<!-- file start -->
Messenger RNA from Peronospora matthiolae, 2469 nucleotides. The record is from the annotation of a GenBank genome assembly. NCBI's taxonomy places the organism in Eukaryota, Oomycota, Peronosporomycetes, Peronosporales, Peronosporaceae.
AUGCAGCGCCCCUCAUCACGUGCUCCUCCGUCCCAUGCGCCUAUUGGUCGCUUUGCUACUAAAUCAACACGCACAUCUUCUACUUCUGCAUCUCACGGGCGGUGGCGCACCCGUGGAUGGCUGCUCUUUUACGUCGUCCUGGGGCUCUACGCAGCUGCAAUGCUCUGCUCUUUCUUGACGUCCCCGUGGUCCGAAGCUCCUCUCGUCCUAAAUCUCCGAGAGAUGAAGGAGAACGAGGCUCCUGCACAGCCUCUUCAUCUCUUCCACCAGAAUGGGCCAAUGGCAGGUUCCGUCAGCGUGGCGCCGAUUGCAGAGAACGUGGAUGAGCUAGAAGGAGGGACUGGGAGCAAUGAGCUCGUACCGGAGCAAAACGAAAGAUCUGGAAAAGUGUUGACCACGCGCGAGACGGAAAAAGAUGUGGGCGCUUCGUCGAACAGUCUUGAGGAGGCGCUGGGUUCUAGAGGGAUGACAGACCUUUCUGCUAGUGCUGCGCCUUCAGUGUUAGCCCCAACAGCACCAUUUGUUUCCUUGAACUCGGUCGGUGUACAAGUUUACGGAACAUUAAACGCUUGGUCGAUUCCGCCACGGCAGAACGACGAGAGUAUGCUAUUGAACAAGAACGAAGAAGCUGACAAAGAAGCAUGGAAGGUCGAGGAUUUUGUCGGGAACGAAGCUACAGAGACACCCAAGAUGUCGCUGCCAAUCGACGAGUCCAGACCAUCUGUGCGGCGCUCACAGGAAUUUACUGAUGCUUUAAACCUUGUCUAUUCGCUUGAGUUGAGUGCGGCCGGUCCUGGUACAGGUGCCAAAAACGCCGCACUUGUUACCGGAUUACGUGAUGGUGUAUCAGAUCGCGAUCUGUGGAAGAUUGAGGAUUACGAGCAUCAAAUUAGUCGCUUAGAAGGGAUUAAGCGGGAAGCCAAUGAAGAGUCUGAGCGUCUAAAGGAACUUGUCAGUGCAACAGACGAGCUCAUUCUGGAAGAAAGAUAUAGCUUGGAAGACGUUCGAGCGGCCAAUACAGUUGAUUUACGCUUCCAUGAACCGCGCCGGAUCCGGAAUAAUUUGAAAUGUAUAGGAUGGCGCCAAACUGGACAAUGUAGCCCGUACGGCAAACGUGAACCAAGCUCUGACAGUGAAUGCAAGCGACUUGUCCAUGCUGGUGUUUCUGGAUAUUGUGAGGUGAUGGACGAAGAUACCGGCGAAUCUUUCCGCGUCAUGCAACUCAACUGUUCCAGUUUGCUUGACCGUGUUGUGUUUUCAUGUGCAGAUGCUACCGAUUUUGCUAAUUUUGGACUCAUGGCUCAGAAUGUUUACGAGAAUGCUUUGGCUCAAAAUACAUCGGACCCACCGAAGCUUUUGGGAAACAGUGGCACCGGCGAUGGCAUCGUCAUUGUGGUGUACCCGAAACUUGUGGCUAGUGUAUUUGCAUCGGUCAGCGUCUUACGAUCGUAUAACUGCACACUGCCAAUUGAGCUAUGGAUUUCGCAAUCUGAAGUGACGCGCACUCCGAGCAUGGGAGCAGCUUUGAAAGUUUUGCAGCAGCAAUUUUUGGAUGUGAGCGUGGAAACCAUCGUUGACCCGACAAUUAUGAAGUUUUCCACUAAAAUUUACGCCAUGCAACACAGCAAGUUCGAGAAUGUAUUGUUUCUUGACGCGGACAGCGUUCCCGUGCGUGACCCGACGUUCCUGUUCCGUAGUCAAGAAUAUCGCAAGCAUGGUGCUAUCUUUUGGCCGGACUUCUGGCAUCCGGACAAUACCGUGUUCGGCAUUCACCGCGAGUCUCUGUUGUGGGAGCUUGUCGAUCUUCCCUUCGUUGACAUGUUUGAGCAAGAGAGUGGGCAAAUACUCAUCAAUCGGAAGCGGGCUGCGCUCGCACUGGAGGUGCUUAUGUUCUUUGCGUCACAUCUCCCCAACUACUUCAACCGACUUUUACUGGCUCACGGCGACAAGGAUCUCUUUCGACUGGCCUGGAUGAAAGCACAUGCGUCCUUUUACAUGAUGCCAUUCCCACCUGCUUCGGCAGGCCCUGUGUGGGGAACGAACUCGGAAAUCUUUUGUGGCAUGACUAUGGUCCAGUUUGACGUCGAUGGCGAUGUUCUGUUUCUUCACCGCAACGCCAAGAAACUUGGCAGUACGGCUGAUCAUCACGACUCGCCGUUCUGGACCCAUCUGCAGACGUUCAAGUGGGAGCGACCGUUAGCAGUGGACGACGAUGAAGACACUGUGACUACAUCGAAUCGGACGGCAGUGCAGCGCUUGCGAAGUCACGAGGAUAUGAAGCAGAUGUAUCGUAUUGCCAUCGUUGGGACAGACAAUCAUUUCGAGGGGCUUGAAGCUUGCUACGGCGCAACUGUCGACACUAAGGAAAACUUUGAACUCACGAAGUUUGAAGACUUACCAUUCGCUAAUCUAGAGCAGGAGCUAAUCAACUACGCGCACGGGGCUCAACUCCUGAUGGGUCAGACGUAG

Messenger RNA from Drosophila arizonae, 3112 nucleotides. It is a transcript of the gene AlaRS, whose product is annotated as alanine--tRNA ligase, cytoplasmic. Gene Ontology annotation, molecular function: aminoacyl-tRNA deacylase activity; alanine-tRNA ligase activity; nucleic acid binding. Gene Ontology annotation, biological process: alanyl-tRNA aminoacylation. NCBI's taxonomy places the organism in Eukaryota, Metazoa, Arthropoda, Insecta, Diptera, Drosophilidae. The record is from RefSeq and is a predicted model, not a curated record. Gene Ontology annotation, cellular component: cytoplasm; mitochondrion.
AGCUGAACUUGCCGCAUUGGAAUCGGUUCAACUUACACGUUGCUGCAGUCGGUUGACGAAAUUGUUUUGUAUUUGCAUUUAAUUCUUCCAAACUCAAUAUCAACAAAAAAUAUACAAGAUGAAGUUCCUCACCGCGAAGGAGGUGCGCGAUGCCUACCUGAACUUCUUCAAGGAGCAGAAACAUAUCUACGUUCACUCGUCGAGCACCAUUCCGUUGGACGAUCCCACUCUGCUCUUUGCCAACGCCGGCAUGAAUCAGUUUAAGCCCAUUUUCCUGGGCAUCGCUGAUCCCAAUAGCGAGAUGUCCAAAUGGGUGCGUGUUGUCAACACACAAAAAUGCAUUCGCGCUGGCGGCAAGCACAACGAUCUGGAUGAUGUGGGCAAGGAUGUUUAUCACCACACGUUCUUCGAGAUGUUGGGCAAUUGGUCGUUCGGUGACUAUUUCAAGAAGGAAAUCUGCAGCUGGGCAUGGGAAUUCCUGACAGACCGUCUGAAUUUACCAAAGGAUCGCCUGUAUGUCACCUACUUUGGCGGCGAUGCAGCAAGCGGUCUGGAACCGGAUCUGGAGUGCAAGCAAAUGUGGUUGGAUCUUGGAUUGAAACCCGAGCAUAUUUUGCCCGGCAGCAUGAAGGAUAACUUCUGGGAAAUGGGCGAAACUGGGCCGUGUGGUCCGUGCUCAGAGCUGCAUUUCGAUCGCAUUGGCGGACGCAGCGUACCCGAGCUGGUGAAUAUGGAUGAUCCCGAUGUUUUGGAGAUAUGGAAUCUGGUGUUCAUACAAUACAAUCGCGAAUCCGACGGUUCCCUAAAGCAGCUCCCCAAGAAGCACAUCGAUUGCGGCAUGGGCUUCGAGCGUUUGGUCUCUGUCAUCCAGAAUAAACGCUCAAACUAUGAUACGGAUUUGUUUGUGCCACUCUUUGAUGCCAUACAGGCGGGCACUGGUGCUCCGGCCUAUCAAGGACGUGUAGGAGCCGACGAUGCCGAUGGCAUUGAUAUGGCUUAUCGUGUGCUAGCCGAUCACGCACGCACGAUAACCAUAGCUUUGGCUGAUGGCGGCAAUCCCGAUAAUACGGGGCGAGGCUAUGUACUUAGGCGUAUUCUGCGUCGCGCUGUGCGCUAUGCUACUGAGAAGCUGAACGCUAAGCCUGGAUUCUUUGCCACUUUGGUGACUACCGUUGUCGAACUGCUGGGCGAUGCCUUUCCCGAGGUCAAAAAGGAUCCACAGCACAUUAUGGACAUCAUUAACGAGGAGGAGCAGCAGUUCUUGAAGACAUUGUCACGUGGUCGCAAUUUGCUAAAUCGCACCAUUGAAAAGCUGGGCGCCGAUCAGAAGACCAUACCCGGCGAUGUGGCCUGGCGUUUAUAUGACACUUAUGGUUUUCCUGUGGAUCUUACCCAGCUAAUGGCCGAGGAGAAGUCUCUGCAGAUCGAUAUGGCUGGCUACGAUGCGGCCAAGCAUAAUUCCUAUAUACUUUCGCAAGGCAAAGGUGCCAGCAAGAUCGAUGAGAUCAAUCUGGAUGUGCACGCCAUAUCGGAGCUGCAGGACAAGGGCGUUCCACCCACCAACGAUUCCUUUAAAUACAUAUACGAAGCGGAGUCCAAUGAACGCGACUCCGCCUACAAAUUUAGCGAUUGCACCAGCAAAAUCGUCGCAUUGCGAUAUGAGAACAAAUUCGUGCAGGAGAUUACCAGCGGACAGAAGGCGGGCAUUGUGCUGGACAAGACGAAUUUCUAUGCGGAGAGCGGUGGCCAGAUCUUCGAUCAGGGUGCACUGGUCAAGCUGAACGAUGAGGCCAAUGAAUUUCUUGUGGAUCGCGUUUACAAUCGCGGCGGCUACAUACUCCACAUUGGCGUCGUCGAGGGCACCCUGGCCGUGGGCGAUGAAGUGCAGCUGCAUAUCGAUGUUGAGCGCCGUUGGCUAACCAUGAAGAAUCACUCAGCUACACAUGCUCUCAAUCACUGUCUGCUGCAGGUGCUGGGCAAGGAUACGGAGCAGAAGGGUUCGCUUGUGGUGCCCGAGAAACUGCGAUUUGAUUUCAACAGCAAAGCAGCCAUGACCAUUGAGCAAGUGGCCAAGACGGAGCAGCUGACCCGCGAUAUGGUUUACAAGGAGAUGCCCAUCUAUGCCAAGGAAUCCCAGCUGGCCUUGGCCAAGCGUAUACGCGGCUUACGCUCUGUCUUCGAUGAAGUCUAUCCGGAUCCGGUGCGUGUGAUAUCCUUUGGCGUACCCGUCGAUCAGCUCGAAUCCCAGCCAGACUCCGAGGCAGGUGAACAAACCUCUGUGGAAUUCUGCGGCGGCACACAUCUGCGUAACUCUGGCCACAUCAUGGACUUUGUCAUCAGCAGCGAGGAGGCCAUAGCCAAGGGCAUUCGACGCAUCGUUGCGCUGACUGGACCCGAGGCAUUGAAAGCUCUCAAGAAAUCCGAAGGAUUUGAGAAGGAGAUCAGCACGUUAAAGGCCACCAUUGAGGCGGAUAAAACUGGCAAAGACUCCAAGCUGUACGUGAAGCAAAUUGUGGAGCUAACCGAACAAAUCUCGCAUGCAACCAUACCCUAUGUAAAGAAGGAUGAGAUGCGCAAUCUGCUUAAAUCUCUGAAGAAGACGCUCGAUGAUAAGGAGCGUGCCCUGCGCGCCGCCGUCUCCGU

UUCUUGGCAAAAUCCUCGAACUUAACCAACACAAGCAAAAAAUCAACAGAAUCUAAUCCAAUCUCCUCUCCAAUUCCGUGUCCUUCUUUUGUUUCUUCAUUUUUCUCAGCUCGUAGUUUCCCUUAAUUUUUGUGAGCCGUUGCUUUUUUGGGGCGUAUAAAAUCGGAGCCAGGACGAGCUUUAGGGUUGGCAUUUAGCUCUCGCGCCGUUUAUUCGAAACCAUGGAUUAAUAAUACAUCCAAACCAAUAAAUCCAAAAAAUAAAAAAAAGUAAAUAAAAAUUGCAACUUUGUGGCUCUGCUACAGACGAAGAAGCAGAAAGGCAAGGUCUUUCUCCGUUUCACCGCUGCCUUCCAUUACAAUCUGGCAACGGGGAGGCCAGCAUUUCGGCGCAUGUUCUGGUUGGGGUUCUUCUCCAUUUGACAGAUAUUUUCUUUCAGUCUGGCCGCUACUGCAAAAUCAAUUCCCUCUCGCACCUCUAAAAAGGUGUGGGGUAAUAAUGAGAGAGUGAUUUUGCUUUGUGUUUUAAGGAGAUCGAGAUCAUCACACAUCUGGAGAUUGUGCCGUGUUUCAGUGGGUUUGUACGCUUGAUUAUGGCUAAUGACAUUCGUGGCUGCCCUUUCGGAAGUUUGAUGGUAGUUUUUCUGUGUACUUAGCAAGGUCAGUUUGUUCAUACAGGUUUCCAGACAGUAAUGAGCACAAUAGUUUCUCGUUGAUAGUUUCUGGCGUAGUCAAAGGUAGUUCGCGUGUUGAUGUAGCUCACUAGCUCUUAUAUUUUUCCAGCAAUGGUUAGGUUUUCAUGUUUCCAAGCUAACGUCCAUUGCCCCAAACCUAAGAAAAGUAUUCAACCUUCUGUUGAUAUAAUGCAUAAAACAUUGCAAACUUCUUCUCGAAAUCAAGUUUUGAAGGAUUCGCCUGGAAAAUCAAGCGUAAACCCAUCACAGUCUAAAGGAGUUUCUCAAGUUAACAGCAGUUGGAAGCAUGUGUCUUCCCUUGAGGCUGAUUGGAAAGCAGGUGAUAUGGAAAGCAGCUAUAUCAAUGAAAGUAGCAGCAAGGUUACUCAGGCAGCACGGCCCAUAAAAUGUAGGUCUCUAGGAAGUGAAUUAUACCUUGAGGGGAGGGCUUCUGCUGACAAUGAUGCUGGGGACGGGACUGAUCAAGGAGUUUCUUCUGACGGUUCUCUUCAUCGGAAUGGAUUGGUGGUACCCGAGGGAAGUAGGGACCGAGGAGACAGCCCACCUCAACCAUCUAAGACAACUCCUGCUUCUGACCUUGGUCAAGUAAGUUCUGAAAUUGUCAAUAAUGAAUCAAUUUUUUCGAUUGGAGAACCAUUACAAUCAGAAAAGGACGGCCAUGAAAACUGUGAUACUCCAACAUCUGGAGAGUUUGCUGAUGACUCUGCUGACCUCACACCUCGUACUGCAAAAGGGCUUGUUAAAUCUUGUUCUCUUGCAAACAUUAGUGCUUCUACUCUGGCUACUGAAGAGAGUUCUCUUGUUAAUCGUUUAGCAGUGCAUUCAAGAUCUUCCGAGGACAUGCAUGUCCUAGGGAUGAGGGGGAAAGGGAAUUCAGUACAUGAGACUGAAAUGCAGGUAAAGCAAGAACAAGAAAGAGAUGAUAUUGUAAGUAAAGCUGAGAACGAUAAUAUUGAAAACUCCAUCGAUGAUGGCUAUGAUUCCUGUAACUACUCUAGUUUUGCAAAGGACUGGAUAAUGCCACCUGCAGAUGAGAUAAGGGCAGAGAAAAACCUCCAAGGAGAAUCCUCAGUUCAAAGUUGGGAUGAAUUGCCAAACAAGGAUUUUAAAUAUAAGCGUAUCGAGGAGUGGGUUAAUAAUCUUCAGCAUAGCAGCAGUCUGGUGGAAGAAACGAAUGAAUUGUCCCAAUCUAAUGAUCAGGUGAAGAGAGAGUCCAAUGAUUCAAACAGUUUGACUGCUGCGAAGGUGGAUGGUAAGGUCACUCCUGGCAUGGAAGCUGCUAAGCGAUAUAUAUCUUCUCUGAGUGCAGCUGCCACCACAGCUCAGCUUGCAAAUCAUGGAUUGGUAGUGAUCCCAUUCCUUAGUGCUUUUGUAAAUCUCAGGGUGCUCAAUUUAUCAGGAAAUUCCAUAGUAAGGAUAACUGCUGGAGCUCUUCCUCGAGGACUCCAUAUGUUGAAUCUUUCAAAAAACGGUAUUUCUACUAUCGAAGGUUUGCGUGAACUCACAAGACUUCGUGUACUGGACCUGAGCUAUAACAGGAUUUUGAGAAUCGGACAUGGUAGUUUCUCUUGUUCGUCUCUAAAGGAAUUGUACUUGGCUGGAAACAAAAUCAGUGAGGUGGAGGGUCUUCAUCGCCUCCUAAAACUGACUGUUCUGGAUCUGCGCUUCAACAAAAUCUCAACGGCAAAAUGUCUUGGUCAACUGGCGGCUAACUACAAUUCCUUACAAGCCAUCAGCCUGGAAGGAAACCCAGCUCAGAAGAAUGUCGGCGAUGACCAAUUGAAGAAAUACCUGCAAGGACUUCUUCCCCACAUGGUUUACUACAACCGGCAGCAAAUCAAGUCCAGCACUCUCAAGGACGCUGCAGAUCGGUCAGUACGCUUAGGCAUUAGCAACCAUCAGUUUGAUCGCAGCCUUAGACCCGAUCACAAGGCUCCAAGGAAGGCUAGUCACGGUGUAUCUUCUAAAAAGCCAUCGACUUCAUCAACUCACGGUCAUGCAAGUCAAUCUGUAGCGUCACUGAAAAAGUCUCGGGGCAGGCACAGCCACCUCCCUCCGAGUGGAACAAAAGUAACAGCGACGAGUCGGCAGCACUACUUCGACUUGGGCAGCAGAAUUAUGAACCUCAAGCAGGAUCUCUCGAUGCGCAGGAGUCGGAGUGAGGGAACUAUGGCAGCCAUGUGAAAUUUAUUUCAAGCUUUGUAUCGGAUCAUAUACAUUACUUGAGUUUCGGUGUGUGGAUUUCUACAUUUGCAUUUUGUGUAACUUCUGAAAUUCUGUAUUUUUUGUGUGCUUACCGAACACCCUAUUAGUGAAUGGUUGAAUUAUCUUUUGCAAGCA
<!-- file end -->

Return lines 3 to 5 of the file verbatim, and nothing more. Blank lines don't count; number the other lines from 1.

Messenger RNA from Drosophila arizonae, 3112 nucleotides. It is a transcript of the gene AlaRS, whose product is annotated as alanine--tRNA ligase, cytoplasmic. Gene Ontology annotation, molecular function: aminoacyl-tRNA deacylase activity; alanine-tRNA ligase activity; nucleic acid binding. Gene Ontology annotation, biological process: alanyl-tRNA aminoacylation. NCBI's taxonomy places the organism in Eukaryota, Metazoa, Arthropoda, Insecta, Diptera, Drosophilidae. The record is from RefSeq and is a predicted model, not a curated record. Gene Ontology annotation, cellular component: cytoplasm; mitochondrion.
AGCUGAACUUGCCGCAUUGGAAUCGGUUCAACUUACACGUUGCUGCAGUCGGUUGACGAAAUUGUUUUGUAUUUGCAUUUAAUUCUUCCAAACUCAAUAUCAACAAAAAAUAUACAAGAUGAAGUUCCUCACCGCGAAGGAGGUGCGCGAUGCCUACCUGAACUUCUUCAAGGAGCAGAAACAUAUCUACGUUCACUCGUCGAGCACCAUUCCGUUGGACGAUCCCACUCUGCUCUUUGCCAACGCCGGCAUGAAUCAGUUUAAGCCCAUUUUCCUGGGCAUCGCUGAUCCCAAUAGCGAGAUGUCCAAAUGGGUGCGUGUUGUCAACACACAAAAAUGCAUUCGCGCUGGCGGCAAGCACAACGAUCUGGAUGAUGUGGGCAAGGAUGUUUAUCACCACACGUUCUUCGAGAUGUUGGGCAAUUGGUCGUUCGGUGACUAUUUCAAGAAGGAAAUCUGCAGCUGGGCAUGGGAAUUCCUGACAGACCGUCUGAAUUUACCAAAGGAUCGCCUGUAUGUCACCUACUUUGGCGGCGAUGCAGCAAGCGGUCUGGAACCGGAUCUGGAGUGCAAGCAAAUGUGGUUGGAUCUUGGAUUGAAACCCGAGCAUAUUUUGCCCGGCAGCAUGAAGGAUAACUUCUGGGAAAUGGGCGAAACUGGGCCGUGUGGUCCGUGCUCAGAGCUGCAUUUCGAUCGCAUUGGCGGACGCAGCGUACCCGAGCUGGUGAAUAUGGAUGAUCCCGAUGUUUUGGAGAUAUGGAAUCUGGUGUUCAUACAAUACAAUCGCGAAUCCGACGGUUCCCUAAAGCAGCUCCCCAAGAAGCACAUCGAUUGCGGCAUGGGCUUCGAGCGUUUGGUCUCUGUCAUCCAGAAUAAACGCUCAAACUAUGAUACGGAUUUGUUUGUGCCACUCUUUGAUGCCAUACAGGCGGGCACUGGUGCUCCGGCCUAUCAAGGACGUGUAGGAGCCGACGAUGCCGAUGGCAUUGAUAUGGCUUAUCGUGUGCUAGCCGAUCACGCACGCACGAUAACCAUAGCUUUGGCUGAUGGCGGCAAUCCCGAUAAUACGGGGCGAGGCUAUGUACUUAGGCGUAUUCUGCGUCGCGCUGUGCGCUAUGCUACUGAGAAGCUGAACGCUAAGCCUGGAUUCUUUGCCACUUUGGUGACUACCGUUGUCGAACUGCUGGGCGAUGCCUUUCCCGAGGUCAAAAAGGAUCCACAGCACAUUAUGGACAUCAUUAACGAGGAGGAGCAGCAGUUCUUGAAGACAUUGUCACGUGGUCGCAAUUUGCUAAAUCGCACCAUUGAAAAGCUGGGCGCCGAUCAGAAGACCAUACCCGGCGAUGUGGCCUGGCGUUUAUAUGACACUUAUGGUUUUCCUGUGGAUCUUACCCAGCUAAUGGCCGAGGAGAAGUCUCUGCAGAUCGAUAUGGCUGGCUACGAUGCGGCCAAGCAUAAUUCCUAUAUACUUUCGCAAGGCAAAGGUGCCAGCAAGAUCGAUGAGAUCAAUCUGGAUGUGCACGCCAUAUCGGAGCUGCAGGACAAGGGCGUUCCACCCACCAACGAUUCCUUUAAAUACAUAUACGAAGCGGAGUCCAAUGAACGCGACUCCGCCUACAAAUUUAGCGAUUGCACCAGCAAAAUCGUCGCAUUGCGAUAUGAGAACAAAUUCGUGCAGGAGAUUACCAGCGGACAGAAGGCGGGCAUUGUGCUGGACAAGACGAAUUUCUAUGCGGAGAGCGGUGGCCAGAUCUUCGAUCAGGGUGCACUGGUCAAGCUGAACGAUGAGGCCAAUGAAUUUCUUGUGGAUCGCGUUUACAAUCGCGGCGGCUACAUACUCCACAUUGGCGUCGUCGAGGGCACCCUGGCCGUGGGCGAUGAAGUGCAGCUGCAUAUCGAUGUUGAGCGCCGUUGGCUAACCAUGAAGAAUCACUCAGCUACACAUGCUCUCAAUCACUGUCUGCUGCAGGUGCUGGGCAAGGAUACGGAGCAGAAGGGUUCGCUUGUGGUGCCCGAGAAACUGCGAUUUGAUUUCAACAGCAAAGCAGCCAUGACCAUUGAGCAAGUGGCCAAGACGGAGCAGCUGACCCGCGAUAUGGUUUACAAGGAGAUGCCCAUCUAUGCCAAGGAAUCCCAGCUGGCCUUGGCCAAGCGUAUACGCGGCUUACGCUCUGUCUUCGAUGAAGUCUAUCCGGAUCCGGUGCGUGUGAUAUCCUUUGGCGUACCCGUCGAUCAGCUCGAAUCCCAGCCAGACUCCGAGGCAGGUGAACAAACCUCUGUGGAAUUCUGCGGCGGCACACAUCUGCGUAACUCUGGCCACAUCAUGGACUUUGUCAUCAGCAGCGAGGAGGCCAUAGCCAAGGGCAUUCGACGCAUCGUUGCGCUGACUGGACCCGAGGCAUUGAAAGCUCUCAAGAAAUCCGAAGGAUUUGAGAAGGAGAUCAGCACGUUAAAGGCCACCAUUGAGGCGGAUAAAACUGGCAAAGACUCCAAGCUGUACGUGAAGCAAAUUGUGGAGCUAACCGAACAAAUCUCGCAUGCAACCAUACCCUAUGUAAAGAAGGAUGAGAUGCGCAAUCUGCUUAAAUCUCUGAAGAAGACGCUCGAUGAUAAGGAGCGUGCCCUGCGCGCCGCCGUCUCCGU

UUCUUGGCAAAAUCCUCGAACUUAACCAACACAAGCAAAAAAUCAACAGAAUCUAAUCCAAUCUCCUCUCCAAUUCCGUGUCCUUCUUUUGUUUCUUCAUUUUUCUCAGCUCGUAGUUUCCCUUAAUUUUUGUGAGCCGUUGCUUUUUUGGGGCGUAUAAAAUCGGAGCCAGGACGAGCUUUAGGGUUGGCAUUUAGCUCUCGCGCCGUUUAUUCGAAACCAUGGAUUAAUAAUACAUCCAAACCAAUAAAUCCAAAAAAUAAAAAAAAGUAAAUAAAAAUUGCAACUUUGUGGCUCUGCUACAGACGAAGAAGCAGAAAGGCAAGGUCUUUCUCCGUUUCACCGCUGCCUUCCAUUACAAUCUGGCAACGGGGAGGCCAGCAUUUCGGCGCAUGUUCUGGUUGGGGUUCUUCUCCAUUUGACAGAUAUUUUCUUUCAGUCUGGCCGCUACUGCAAAAUCAAUUCCCUCUCGCACCUCUAAAAAGGUGUGGGGUAAUAAUGAGAGAGUGAUUUUGCUUUGUGUUUUAAGGAGAUCGAGAUCAUCACACAUCUGGAGAUUGUGCCGUGUUUCAGUGGGUUUGUACGCUUGAUUAUGGCUAAUGACAUUCGUGGCUGCCCUUUCGGAAGUUUGAUGGUAGUUUUUCUGUGUACUUAGCAAGGUCAGUUUGUUCAUACAGGUUUCCAGACAGUAAUGAGCACAAUAGUUUCUCGUUGAUAGUUUCUGGCGUAGUCAAAGGUAGUUCGCGUGUUGAUGUAGCUCACUAGCUCUUAUAUUUUUCCAGCAAUGGUUAGGUUUUCAUGUUUCCAAGCUAACGUCCAUUGCCCCAAACCUAAGAAAAGUAUUCAACCUUCUGUUGAUAUAAUGCAUAAAACAUUGCAAACUUCUUCUCGAAAUCAAGUUUUGAAGGAUUCGCCUGGAAAAUCAAGCGUAAACCCAUCACAGUCUAAAGGAGUUUCUCAAGUUAACAGCAGUUGGAAGCAUGUGUCUUCCCUUGAGGCUGAUUGGAAAGCAGGUGAUAUGGAAAGCAGCUAUAUCAAUGAAAGUAGCAGCAAGGUUACUCAGGCAGCACGGCCCAUAAAAUGUAGGUCUCUAGGAAGUGAAUUAUACCUUGAGGGGAGGGCUUCUGCUGACAAUGAUGCUGGGGACGGGACUGAUCAAGGAGUUUCUUCUGACGGUUCUCUUCAUCGGAAUGGAUUGGUGGUACCCGAGGGAAGUAGGGACCGAGGAGACAGCCCACCUCAACCAUCUAAGACAACUCCUGCUUCUGACCUUGGUCAAGUAAGUUCUGAAAUUGUCAAUAAUGAAUCAAUUUUUUCGAUUGGAGAACCAUUACAAUCAGAAAAGGACGGCCAUGAAAACUGUGAUACUCCAACAUCUGGAGAGUUUGCUGAUGACUCUGCUGACCUCACACCUCGUACUGCAAAAGGGCUUGUUAAAUCUUGUUCUCUUGCAAACAUUAGUGCUUCUACUCUGGCUACUGAAGAGAGUUCUCUUGUUAAUCGUUUAGCAGUGCAUUCAAGAUCUUCCGAGGACAUGCAUGUCCUAGGGAUGAGGGGGAAAGGGAAUUCAGUACAUGAGACUGAAAUGCAGGUAAAGCAAGAACAAGAAAGAGAUGAUAUUGUAAGUAAAGCUGAGAACGAUAAUAUUGAAAACUCCAUCGAUGAUGGCUAUGAUUCCUGUAACUACUCUAGUUUUGCAAAGGACUGGAUAAUGCCACCUGCAGAUGAGAUAAGGGCAGAGAAAAACCUCCAAGGAGAAUCCUCAGUUCAAAGUUGGGAUGAAUUGCCAAACAAGGAUUUUAAAUAUAAGCGUAUCGAGGAGUGGGUUAAUAAUCUUCAGCAUAGCAGCAGUCUGGUGGAAGAAACGAAUGAAUUGUCCCAAUCUAAUGAUCAGGUGAAGAGAGAGUCCAAUGAUUCAAACAGUUUGACUGCUGCGAAGGUGGAUGGUAAGGUCACUCCUGGCAUGGAAGCUGCUAAGCGAUAUAUAUCUUCUCUGAGUGCAGCUGCCACCACAGCUCAGCUUGCAAAUCAUGGAUUGGUAGUGAUCCCAUUCCUUAGUGCUUUUGUAAAUCUCAGGGUGCUCAAUUUAUCAGGAAAUUCCAUAGUAAGGAUAACUGCUGGAGCUCUUCCUCGAGGACUCCAUAUGUUGAAUCUUUCAAAAAACGGUAUUUCUACUAUCGAAGGUUUGCGUGAACUCACAAGACUUCGUGUACUGGACCUGAGCUAUAACAGGAUUUUGAGAAUCGGACAUGGUAGUUUCUCUUGUUCGUCUCUAAAGGAAUUGUACUUGGCUGGAAACAAAAUCAGUGAGGUGGAGGGUCUUCAUCGCCUCCUAAAACUGACUGUUCUGGAUCUGCGCUUCAACAAAAUCUCAACGGCAAAAUGUCUUGGUCAACUGGCGGCUAACUACAAUUCCUUACAAGCCAUCAGCCUGGAAGGAAACCCAGCUCAGAAGAAUGUCGGCGAUGACCAAUUGAAGAAAUACCUGCAAGGACUUCUUCCCCACAUGGUUUACUACAACCGGCAGCAAAUCAAGUCCAGCACUCUCAAGGACGCUGCAGAUCGGUCAGUACGCUUAGGCAUUAGCAACCAUCAGUUUGAUCGCAGCCUUAGACCCGAUCACAAGGCUCCAAGGAAGGCUAGUCACGGUGUAUCUUCUAAAAAGCCAUCGACUUCAUCAACUCACGGUCAUGCAAGUCAAUCUGUAGCGUCACUGAAAAAGUCUCGGGGCAGGCACAGCCACCUCCCUCCGAGUGGAACAAAAGUAACAGCGACGAGUCGGCAGCACUACUUCGACUUGGGCAGCAGAAUUAUGAACCUCAAGCAGGAUCUCUCGAUGCGCAGGAGUCGGAGUGAGGGAACUAUGGCAGCCAUGUGAAAUUUAUUUCAAGCUUUGUAUCGGAUCAUAUACAUUACUUGAGUUUCGGUGUGUGGAUUUCUACAUUUGCAUUUUGUGUAACUUCUGAAAUUCUGUAUUUUUUGUGUGCUUACCGAACACCCUAUUAGUGAAUGGUUGAAUUAUCUUUUGCAAGCA